The global authority in superyachting
2016 Global Order Book
The 2016 Global Order Book shows that state of the yachting industry is strong, or at least stronger. After two years of stable numbers following the 2013 low point, the number of new yachts reported on order or under construction — 755 superyachts 24 meters and longer — is actually up.
The cards have been reshuffled somewhat between the most productive yachtbuilding countries, even if the top three remain the same — Italy, The Netherlands and Turkey.
Taiwan, which was lagging a bit in the past few years, has grown again, mostly thanks to Alexander Marine and Horizon. The UK, meanwhile, has slid back, as did The Netherlands (which had a record year in 2014-2015), Germany, China and the UAE.
However, some of this may be due to yachtbuilders under strict nondisclosure agreements. The projects that builders are not able to disclose but that we know exist are listed as “custom” instead of under the builder’s header and country.
This typically affects the largest projects, which means mostly Germany and The Netherlands. While the yards are unable to officially confirm them, these projects are real and eventually will see the light of day.
Palmer Johnson recently announced it was moving its operations from the U.S. to The Netherlands, but the move had not yet happened at press time. Pending the move, we listed the carbon hulls and superstructures being built for the SuperSports under Norway. Next year, they will add to The Netherlands’ numbers.
Palmer Johnson’s move is one of the changes that will affect the U.S.’s ranking in the future. In fact, one of the main contradictions in this year’s Global Order Book is what we call the American paradox. Thanks to strong order books from yards such as Westport, Hatteras and Viking, the state of the yachting industry in the U.S. looks pretty healthy. But the reality isn’t so cheery.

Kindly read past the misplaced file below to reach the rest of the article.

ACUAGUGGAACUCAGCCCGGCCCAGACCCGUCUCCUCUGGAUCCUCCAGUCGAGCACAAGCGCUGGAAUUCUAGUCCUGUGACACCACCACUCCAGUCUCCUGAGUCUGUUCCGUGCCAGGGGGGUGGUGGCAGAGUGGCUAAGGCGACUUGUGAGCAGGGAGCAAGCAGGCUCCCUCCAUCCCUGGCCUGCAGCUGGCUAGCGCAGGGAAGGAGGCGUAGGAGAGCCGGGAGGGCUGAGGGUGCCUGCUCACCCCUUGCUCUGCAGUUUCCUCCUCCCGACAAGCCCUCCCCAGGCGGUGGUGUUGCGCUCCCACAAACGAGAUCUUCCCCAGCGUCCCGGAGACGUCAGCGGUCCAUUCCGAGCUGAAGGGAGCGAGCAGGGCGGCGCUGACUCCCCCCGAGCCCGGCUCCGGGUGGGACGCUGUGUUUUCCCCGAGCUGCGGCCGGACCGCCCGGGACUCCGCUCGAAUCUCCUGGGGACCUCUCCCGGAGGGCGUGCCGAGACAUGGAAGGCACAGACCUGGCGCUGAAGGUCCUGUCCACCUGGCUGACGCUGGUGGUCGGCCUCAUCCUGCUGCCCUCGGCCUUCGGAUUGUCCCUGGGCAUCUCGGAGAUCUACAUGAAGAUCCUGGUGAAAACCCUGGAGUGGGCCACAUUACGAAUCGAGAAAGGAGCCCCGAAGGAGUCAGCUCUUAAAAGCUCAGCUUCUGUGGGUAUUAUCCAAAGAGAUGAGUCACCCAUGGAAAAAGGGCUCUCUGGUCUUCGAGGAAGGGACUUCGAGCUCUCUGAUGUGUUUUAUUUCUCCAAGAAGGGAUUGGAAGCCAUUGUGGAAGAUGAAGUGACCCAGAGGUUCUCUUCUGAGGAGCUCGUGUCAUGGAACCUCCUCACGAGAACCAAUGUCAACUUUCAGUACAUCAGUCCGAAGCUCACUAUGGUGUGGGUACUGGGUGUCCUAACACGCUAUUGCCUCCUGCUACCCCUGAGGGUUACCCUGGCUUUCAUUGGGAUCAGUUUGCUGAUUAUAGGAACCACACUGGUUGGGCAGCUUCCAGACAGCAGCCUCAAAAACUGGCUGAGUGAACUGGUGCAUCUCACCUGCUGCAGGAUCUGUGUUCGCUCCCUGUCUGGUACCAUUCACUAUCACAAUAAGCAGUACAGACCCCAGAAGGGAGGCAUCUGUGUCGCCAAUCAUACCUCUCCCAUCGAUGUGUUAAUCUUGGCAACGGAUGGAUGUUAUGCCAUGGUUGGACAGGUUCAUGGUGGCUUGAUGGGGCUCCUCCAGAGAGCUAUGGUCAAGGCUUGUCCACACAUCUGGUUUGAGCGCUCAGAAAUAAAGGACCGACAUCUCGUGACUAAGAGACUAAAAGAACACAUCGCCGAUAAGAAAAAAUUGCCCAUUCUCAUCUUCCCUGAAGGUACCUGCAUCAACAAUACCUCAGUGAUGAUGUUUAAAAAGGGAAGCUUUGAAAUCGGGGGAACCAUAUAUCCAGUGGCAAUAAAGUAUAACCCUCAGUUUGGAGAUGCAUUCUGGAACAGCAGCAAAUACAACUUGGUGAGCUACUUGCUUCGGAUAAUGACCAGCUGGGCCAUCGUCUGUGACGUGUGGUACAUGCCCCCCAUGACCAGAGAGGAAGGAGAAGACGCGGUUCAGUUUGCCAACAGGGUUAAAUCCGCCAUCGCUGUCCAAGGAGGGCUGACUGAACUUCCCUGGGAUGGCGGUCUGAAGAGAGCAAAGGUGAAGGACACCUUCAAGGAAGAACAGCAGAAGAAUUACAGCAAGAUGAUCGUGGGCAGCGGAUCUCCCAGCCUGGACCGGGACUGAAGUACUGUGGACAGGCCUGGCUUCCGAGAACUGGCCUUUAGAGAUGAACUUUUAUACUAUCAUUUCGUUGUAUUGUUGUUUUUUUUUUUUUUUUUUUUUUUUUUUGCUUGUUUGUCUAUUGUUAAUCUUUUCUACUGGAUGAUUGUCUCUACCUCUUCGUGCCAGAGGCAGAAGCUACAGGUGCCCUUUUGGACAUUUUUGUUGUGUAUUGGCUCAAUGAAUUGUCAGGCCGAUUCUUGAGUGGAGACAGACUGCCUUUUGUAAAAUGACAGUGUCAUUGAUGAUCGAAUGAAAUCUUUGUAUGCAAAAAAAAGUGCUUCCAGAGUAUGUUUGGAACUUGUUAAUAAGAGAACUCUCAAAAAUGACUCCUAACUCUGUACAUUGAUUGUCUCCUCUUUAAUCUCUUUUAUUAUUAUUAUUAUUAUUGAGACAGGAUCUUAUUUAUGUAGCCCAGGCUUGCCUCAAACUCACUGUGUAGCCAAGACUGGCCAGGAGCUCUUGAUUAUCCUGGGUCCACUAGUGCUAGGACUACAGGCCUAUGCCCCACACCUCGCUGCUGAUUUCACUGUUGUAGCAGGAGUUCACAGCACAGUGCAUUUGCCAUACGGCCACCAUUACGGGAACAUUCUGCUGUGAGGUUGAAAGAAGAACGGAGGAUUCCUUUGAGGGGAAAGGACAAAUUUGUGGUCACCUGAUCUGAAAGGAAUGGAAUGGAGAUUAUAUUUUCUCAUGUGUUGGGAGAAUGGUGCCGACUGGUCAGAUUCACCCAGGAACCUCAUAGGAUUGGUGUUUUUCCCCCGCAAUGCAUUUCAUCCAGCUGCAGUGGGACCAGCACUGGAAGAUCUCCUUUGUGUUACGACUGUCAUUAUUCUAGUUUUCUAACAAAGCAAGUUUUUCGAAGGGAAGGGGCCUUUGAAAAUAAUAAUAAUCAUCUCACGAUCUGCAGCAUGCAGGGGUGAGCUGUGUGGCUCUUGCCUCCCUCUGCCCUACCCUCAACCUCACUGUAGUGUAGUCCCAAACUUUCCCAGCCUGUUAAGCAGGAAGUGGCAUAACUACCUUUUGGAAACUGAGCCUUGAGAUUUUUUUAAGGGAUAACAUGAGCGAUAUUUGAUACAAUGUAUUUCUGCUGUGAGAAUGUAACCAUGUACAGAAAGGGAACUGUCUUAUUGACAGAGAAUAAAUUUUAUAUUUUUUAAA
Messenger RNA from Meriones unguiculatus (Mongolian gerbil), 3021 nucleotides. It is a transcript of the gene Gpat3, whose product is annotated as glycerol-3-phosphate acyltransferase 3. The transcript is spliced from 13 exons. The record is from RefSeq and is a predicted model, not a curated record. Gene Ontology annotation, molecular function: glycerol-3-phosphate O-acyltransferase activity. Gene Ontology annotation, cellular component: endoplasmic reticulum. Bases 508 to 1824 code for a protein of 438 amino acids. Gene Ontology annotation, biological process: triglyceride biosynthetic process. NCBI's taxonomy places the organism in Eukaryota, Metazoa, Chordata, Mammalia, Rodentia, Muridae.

On top of Palmer Johnson’s departure, Christensen has gone through an ownership change, and recently sold Trinity is for sale again. And yet, while some U.S. yards apparently struggle to keep going, the American market is currently one of the strongest, brokers tell us, unlike the Russian market.
Economic sanctions against Russia and other factors, including the drop in oil prices and political unrest, continue to have a negative effect on the once-healthy Russian market. While ultra-rich Russian clients are still around, newcomers to the yachting industry have left the market for the moment.
This could help explain why 2015 was a good year but not as strong as expected, especially on the brokerage market. The second-hand market reached 300 sales as we finalized this report on October 14, a level of sales achieved three weeks earlier the previous year, on September 22, 2014.
In the category of yachts 250 feet and larger, orders are down just one from last year’s record high. However, 21 superyachts of 100 meters (328 feet) and over are under construction, and four were delivered in 2015.
Exciting and impressive projects have already launched for an imminent delivery, such as the 468-foot (143-meter) Sailing Yacht A at Nobiskrug or the 351-foot (107-meter) expedition superyacht Ulysses at Kleven.
Other supersized projects scheduled for 2016 include a secretive high-volume 492-foot (150-meter) project to be delivered by Mariotti, and the largest superyacht ever in gross tons, the 512-foot (156-meter) project Omar, which Lürssen has built for a repeat client.